There are four images necessary for shade communication. One image is taken with the two or three closest value shade tabs to the teeth being matched using the 3D Master or the Linearguide (Figure 9). With the Classical Guide, the four closest value tabs should be in the image (Figure 6). Remember, the goal is to have a range of value; ideally, one tab should be slightly higher in value and one slightly lower in value. The second image is with the two closest chroma matches to the teeth. Again, one tab is slightly higher in chroma and one slightly lower. The third image is an image with what is perceived as the closest value using a small piece of digital gray card that has been attached to the shade tab. Attach the digital gray card using white utility wax. This allows for correction of inherent color bias because all flashes have subtly different color temperatures; depending on the charge state of the flash capacitor, the color temperature of the flash also can be affected. The fourth image (Figure 15) is of the hydrated prepared tooth with a closely matched shade tab in the image. This is for the ceramist to see the preparation color to be able to modify the build-up or core color as necessary to compensate for the preparation color.
It is absolutely critical to take all of the images with the shade guide and the teeth to be matched in the same vertical plane, as objects closer to the film plane will be perceived as brighter and objects farther away will be perceived as darker. The shade guide and the teeth should be wetted with a glaze liquid. This photographic information will be used by the ceramist to visualize contrasts between the shade guide and the natural teeth.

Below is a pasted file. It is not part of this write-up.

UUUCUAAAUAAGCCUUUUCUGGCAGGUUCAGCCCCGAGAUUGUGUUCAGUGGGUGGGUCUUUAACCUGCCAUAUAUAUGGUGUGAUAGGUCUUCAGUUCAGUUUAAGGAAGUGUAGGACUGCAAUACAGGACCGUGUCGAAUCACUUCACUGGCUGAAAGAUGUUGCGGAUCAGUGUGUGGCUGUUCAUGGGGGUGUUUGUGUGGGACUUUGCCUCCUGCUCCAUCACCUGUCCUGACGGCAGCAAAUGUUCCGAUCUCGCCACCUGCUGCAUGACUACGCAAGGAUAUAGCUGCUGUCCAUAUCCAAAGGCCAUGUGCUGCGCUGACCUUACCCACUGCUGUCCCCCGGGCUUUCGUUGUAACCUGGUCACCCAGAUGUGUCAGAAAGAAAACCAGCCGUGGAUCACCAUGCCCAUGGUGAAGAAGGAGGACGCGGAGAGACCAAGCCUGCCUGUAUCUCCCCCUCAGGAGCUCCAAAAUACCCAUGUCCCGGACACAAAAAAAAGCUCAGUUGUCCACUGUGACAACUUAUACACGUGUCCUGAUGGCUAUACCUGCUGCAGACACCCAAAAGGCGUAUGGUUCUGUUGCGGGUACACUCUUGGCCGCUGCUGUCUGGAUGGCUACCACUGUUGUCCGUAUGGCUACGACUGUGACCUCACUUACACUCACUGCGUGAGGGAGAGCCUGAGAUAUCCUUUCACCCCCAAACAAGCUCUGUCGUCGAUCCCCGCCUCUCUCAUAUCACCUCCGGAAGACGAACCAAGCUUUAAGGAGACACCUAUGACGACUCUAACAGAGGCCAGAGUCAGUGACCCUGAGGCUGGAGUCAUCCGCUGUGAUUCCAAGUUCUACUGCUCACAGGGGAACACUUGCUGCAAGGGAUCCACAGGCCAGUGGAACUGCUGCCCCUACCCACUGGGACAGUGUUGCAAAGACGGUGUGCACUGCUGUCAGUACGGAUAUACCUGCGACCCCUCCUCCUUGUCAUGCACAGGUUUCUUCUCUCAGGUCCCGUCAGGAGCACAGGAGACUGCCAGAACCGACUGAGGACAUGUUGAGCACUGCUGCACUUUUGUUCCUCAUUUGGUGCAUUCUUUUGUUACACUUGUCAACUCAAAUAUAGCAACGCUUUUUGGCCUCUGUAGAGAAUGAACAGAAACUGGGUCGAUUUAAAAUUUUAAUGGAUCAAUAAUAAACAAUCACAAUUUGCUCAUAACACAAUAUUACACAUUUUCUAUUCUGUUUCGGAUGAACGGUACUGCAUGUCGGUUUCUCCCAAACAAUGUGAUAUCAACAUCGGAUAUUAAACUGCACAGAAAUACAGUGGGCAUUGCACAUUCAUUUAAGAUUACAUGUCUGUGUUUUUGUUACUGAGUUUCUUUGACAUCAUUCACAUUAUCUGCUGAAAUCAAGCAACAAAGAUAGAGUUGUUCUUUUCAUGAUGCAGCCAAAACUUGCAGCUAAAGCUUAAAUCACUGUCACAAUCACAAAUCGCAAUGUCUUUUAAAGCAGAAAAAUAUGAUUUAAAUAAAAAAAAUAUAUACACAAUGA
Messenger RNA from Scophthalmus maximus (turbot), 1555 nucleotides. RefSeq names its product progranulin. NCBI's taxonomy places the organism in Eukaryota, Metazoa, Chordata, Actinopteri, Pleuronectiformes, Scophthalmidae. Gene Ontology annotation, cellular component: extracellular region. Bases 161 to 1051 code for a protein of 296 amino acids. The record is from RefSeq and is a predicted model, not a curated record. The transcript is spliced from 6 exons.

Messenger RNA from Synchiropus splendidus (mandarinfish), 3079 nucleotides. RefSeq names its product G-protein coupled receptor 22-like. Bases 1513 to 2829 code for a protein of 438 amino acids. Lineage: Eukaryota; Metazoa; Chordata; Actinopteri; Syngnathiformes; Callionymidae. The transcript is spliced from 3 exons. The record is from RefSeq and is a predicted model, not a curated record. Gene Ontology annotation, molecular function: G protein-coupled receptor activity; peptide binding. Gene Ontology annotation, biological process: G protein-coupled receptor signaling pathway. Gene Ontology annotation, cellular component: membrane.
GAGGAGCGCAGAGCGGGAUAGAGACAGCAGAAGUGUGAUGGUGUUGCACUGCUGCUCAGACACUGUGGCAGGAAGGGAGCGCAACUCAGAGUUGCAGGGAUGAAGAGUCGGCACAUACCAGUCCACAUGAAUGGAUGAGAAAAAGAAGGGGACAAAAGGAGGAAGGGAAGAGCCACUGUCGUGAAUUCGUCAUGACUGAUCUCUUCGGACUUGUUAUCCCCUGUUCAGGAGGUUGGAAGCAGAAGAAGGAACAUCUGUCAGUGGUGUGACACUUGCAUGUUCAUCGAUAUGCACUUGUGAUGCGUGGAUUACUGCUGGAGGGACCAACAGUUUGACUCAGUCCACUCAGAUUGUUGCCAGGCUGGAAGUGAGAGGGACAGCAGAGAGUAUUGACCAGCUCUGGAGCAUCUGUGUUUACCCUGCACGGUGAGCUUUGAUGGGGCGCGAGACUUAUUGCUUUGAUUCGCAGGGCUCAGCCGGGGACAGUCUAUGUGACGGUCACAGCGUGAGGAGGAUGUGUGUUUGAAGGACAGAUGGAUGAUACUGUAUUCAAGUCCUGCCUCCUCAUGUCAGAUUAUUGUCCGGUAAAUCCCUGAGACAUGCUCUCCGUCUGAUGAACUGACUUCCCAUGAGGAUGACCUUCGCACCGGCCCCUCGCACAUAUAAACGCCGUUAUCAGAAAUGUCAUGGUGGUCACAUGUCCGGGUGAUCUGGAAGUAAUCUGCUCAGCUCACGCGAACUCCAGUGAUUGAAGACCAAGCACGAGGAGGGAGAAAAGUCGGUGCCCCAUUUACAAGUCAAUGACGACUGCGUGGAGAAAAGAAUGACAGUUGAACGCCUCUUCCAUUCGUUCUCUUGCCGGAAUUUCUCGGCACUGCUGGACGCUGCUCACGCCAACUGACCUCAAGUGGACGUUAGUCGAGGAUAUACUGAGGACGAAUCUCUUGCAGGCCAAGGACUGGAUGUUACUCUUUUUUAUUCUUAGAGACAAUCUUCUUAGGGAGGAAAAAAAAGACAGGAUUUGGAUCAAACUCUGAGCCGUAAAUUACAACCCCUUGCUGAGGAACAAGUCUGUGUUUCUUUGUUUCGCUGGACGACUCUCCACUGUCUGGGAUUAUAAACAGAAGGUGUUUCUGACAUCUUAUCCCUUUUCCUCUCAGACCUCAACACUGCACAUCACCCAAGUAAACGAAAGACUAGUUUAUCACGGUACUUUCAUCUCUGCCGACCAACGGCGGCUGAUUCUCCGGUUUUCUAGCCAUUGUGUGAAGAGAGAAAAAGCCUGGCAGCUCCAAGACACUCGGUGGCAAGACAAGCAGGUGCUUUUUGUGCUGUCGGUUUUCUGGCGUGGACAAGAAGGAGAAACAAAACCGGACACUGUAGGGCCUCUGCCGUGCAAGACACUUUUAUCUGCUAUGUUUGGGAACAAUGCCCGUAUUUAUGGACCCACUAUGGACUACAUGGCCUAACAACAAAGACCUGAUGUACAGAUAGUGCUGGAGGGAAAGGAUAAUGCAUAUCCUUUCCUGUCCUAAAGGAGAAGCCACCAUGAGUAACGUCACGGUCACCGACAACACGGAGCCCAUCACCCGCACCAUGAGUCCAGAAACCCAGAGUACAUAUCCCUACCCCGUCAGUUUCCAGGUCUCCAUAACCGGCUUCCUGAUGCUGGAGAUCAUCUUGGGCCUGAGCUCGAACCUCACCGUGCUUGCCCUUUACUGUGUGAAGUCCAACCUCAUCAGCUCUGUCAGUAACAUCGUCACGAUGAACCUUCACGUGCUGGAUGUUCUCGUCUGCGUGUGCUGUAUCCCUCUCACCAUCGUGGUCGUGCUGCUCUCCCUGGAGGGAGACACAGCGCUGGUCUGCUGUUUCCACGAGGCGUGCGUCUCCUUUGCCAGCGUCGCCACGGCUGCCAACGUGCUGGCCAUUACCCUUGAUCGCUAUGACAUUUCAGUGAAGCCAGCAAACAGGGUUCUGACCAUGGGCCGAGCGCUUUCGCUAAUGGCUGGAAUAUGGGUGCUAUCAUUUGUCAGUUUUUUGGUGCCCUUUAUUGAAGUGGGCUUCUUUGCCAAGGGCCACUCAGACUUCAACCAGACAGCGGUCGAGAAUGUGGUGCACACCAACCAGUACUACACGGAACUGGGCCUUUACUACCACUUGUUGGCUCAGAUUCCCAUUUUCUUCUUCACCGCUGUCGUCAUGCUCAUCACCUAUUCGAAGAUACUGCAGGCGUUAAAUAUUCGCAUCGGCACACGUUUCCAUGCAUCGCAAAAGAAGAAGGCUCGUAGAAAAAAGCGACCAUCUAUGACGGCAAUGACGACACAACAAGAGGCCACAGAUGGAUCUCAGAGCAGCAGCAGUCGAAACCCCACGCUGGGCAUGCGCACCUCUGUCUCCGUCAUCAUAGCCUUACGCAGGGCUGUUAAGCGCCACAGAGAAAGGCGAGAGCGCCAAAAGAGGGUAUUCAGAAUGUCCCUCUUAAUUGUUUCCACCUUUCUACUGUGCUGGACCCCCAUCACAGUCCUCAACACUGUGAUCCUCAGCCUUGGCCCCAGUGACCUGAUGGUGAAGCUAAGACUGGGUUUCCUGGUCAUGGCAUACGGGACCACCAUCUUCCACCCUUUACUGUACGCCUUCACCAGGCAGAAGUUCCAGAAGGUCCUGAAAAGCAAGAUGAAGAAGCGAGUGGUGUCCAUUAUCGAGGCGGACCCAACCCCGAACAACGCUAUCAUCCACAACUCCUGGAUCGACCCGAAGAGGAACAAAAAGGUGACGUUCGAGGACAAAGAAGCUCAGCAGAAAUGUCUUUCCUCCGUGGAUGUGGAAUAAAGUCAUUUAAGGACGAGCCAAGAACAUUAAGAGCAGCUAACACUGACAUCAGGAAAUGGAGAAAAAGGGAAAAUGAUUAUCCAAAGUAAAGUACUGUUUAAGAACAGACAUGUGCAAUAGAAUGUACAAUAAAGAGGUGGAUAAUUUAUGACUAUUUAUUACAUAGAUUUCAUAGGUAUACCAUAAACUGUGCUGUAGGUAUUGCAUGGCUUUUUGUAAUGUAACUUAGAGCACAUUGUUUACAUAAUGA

Photoshop to Isolate the Shade Images
There are many uses of Photoshop for image management and image manipulation. The scope of this article does not allow the author to go into the use of Photoshop for these issues. Photoshop or Photoshop Elements are used for two specific purposes in shade analysis and communication.
To correct a color balance, open the shade images in Camera Raw, in the image window click on “select all.” Then click on the White balance tool (Figure 16) in the upper left of the Camera Raw window, then click on the gray card in the image and the colors will be rebalanced if there was a color bias. This will be applied to all the images selected.